from the one-month's-beer-budget dept.
eldavojohn writes "In 2006, anti-spam crusader Spamhaus was sued for 'defamation, tortious interference with prospective economic advantage and interference with existing contracts' after blocking 'promotional e-mails' from e360. What with the case being in Illinois and Spamhaus being a British outfit, Spamhaus didn't bloody care. So, e360 was awarded $11.7 million in damages, which was later thrown out in an appeals court with a request for the lower court to come up with actual damage estimates instead of the ridiculous $11.7 million. (e360 had originally stated $135M, then $122M, and then $30M as sums of damages.) As a result, the actual damages were estimated to be just $27,002. While this is a massive reduction in the fine and a little bit more realistic, I think it is important to note that Spamhaus is a service that people proactively utilize. They don't force you to use their anti-spam identification system — it's totally opt-in. And now they're being fined what a foreign judge found to be 'one month of additional work on behalf of the customers' to a company they allegedly incorrectly identified as spam. Sad and scary precedent."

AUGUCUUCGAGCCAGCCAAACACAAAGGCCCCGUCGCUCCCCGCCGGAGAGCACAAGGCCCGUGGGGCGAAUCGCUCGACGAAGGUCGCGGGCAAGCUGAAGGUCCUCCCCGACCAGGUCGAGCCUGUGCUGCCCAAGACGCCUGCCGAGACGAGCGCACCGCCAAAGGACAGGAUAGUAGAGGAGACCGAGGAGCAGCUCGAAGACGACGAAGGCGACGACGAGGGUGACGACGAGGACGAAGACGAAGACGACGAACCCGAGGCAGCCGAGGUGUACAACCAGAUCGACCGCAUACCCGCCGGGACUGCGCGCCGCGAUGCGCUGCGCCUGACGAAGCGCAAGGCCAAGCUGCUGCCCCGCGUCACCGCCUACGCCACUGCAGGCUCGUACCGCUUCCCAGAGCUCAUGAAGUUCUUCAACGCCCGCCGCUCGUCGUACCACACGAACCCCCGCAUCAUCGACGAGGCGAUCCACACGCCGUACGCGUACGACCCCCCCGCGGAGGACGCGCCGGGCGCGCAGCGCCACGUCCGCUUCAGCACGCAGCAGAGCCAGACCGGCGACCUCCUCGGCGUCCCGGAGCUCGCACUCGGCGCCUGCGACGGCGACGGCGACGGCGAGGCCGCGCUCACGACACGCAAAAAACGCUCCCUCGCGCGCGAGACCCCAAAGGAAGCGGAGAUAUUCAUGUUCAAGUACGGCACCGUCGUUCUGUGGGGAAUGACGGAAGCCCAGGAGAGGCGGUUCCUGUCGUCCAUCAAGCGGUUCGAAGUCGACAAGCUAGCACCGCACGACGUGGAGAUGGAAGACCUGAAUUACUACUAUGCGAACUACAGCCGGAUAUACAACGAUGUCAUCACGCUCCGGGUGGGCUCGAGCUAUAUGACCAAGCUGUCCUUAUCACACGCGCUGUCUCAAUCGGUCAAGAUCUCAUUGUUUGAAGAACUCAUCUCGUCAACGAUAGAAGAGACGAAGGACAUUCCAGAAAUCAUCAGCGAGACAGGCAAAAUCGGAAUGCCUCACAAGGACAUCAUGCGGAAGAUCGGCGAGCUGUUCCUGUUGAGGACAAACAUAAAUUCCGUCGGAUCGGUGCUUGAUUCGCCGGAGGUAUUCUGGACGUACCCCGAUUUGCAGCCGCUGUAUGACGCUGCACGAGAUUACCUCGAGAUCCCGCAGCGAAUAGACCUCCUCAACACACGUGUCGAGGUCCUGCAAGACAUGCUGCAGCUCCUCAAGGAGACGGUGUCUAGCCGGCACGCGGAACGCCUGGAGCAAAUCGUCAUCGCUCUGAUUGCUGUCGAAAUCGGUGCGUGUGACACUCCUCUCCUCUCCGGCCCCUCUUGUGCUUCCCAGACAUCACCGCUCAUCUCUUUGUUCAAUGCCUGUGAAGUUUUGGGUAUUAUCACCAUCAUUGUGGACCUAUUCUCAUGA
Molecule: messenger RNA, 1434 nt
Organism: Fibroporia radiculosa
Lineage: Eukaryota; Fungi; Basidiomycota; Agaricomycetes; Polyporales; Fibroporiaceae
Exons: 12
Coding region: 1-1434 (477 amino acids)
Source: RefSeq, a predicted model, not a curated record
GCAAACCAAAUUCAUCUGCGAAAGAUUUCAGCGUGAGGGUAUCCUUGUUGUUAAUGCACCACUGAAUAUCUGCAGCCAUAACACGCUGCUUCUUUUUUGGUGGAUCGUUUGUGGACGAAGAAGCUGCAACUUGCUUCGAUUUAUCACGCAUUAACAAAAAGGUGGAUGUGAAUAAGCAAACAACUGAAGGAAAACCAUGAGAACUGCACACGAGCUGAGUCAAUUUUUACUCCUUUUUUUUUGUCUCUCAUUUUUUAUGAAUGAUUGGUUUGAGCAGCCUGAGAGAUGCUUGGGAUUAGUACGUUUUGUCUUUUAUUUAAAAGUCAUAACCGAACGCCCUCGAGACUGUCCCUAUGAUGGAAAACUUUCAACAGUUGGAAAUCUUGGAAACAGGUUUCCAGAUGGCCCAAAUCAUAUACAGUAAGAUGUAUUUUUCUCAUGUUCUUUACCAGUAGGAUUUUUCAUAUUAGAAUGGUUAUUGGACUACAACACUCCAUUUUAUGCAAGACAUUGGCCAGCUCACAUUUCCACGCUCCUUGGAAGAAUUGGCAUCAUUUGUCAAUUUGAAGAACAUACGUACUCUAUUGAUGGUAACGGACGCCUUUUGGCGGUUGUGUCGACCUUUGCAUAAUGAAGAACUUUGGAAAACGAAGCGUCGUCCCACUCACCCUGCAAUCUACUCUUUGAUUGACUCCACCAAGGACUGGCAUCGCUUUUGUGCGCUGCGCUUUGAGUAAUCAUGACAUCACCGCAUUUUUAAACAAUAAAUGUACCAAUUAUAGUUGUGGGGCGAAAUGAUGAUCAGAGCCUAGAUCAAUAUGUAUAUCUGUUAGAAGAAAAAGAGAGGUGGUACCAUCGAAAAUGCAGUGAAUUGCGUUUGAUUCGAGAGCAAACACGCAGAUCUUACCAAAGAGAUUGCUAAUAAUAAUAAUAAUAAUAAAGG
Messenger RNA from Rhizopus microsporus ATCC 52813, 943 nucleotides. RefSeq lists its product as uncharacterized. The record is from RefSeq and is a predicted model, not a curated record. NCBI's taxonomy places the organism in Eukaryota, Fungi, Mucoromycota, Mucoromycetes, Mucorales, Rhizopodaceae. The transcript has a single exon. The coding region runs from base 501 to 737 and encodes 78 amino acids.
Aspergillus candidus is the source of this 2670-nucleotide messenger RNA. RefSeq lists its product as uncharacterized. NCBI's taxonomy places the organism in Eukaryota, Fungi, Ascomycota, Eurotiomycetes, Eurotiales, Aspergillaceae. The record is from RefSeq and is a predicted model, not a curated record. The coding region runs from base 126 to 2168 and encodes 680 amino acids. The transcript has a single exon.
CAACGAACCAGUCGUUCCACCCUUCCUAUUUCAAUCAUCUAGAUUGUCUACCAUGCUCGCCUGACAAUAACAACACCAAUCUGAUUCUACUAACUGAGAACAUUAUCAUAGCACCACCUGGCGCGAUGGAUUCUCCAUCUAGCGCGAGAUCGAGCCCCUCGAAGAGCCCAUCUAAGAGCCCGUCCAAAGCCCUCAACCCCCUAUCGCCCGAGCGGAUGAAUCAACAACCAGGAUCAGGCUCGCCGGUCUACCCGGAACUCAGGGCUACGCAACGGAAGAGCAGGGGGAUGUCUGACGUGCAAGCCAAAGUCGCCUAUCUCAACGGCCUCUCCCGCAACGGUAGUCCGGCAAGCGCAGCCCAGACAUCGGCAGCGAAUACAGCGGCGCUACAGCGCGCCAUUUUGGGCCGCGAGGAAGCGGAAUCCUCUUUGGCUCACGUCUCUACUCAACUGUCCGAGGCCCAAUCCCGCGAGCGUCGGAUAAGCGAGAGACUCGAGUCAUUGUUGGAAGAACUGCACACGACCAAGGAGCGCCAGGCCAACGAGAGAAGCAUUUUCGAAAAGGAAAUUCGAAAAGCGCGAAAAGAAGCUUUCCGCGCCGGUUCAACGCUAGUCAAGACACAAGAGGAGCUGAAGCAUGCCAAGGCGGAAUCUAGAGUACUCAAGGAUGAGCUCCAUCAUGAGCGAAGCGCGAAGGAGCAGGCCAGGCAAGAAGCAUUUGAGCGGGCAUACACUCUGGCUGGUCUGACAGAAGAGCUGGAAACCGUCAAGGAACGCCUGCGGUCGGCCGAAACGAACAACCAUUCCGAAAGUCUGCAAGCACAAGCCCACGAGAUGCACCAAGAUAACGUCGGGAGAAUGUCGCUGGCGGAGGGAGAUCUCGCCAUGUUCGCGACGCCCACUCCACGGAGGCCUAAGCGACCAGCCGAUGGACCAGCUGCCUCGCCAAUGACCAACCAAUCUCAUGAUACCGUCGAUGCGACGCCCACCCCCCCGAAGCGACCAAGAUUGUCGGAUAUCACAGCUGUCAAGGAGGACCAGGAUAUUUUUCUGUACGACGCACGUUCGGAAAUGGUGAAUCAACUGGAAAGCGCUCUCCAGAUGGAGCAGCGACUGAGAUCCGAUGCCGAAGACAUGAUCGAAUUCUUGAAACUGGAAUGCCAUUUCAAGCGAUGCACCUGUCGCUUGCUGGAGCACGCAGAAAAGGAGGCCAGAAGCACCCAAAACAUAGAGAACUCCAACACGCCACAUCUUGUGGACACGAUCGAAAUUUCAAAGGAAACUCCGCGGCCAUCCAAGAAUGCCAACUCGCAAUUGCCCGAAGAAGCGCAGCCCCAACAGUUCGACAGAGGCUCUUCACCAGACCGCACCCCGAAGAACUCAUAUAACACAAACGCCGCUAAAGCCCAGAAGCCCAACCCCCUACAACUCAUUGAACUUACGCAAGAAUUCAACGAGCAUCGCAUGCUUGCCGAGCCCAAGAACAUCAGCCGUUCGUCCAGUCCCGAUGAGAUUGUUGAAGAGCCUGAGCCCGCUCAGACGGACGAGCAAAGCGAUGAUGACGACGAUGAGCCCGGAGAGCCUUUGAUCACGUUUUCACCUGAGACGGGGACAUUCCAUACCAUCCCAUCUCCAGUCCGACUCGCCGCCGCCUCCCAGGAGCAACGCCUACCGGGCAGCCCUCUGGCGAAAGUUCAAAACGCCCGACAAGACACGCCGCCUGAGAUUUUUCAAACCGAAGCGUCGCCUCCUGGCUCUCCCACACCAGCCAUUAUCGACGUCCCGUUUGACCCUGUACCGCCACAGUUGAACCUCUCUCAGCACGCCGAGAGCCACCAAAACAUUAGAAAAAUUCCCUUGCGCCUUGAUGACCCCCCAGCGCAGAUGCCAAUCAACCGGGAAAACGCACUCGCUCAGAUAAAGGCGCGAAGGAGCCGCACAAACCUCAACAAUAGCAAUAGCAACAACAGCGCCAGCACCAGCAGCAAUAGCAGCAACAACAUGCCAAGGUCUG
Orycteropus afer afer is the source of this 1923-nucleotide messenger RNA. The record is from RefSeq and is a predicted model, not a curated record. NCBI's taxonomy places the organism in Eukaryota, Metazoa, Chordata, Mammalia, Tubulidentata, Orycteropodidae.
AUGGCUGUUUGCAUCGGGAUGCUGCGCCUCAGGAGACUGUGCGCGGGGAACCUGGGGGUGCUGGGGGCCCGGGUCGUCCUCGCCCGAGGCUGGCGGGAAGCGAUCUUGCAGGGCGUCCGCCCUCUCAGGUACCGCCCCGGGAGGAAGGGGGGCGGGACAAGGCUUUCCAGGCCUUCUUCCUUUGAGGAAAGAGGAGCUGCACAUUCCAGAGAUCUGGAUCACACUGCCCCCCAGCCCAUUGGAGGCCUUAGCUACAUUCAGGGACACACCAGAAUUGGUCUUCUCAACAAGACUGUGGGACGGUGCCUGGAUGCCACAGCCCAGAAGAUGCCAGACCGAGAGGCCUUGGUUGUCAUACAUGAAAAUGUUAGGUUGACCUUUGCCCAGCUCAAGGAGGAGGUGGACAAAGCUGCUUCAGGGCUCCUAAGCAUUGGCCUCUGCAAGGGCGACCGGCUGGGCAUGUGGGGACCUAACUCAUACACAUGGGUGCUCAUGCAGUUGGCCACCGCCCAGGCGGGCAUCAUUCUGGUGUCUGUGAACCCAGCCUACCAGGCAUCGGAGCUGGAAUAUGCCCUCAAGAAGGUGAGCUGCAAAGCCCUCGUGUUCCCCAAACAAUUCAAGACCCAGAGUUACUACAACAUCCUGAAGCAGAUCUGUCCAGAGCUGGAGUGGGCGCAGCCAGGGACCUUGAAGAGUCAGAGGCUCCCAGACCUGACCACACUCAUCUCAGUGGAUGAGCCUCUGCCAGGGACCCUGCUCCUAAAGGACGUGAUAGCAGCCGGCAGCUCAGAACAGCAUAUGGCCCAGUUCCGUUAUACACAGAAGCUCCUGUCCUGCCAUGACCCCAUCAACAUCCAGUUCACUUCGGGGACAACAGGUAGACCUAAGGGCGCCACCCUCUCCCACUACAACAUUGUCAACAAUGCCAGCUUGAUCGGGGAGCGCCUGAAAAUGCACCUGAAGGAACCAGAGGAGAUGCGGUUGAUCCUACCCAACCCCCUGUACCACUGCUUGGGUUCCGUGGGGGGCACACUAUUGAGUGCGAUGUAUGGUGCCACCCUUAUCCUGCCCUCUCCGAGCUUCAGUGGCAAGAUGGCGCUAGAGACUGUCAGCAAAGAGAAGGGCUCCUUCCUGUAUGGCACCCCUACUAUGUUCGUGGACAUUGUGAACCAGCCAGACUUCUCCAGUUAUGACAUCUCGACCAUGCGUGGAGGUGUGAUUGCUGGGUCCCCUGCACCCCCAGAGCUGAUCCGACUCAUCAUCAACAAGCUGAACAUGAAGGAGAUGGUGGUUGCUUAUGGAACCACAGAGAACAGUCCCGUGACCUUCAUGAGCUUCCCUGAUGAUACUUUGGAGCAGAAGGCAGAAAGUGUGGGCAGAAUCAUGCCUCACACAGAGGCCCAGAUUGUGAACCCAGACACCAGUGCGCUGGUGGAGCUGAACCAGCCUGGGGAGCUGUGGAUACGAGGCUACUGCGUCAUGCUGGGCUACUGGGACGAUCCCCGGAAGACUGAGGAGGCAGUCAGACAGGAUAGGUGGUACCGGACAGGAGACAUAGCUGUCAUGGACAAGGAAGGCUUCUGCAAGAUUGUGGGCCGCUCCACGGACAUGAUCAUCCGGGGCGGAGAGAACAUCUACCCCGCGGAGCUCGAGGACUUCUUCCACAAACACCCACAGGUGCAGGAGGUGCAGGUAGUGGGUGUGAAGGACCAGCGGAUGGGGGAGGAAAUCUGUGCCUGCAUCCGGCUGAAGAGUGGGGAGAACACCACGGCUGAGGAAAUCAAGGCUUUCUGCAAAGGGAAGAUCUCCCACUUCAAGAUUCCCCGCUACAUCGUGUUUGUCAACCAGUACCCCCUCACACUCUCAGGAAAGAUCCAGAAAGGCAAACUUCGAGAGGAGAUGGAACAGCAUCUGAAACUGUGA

The opposite of a correct statement is a false statement. But the opposite
of a profound truth may well be another profound truth.
-- Niels Bohr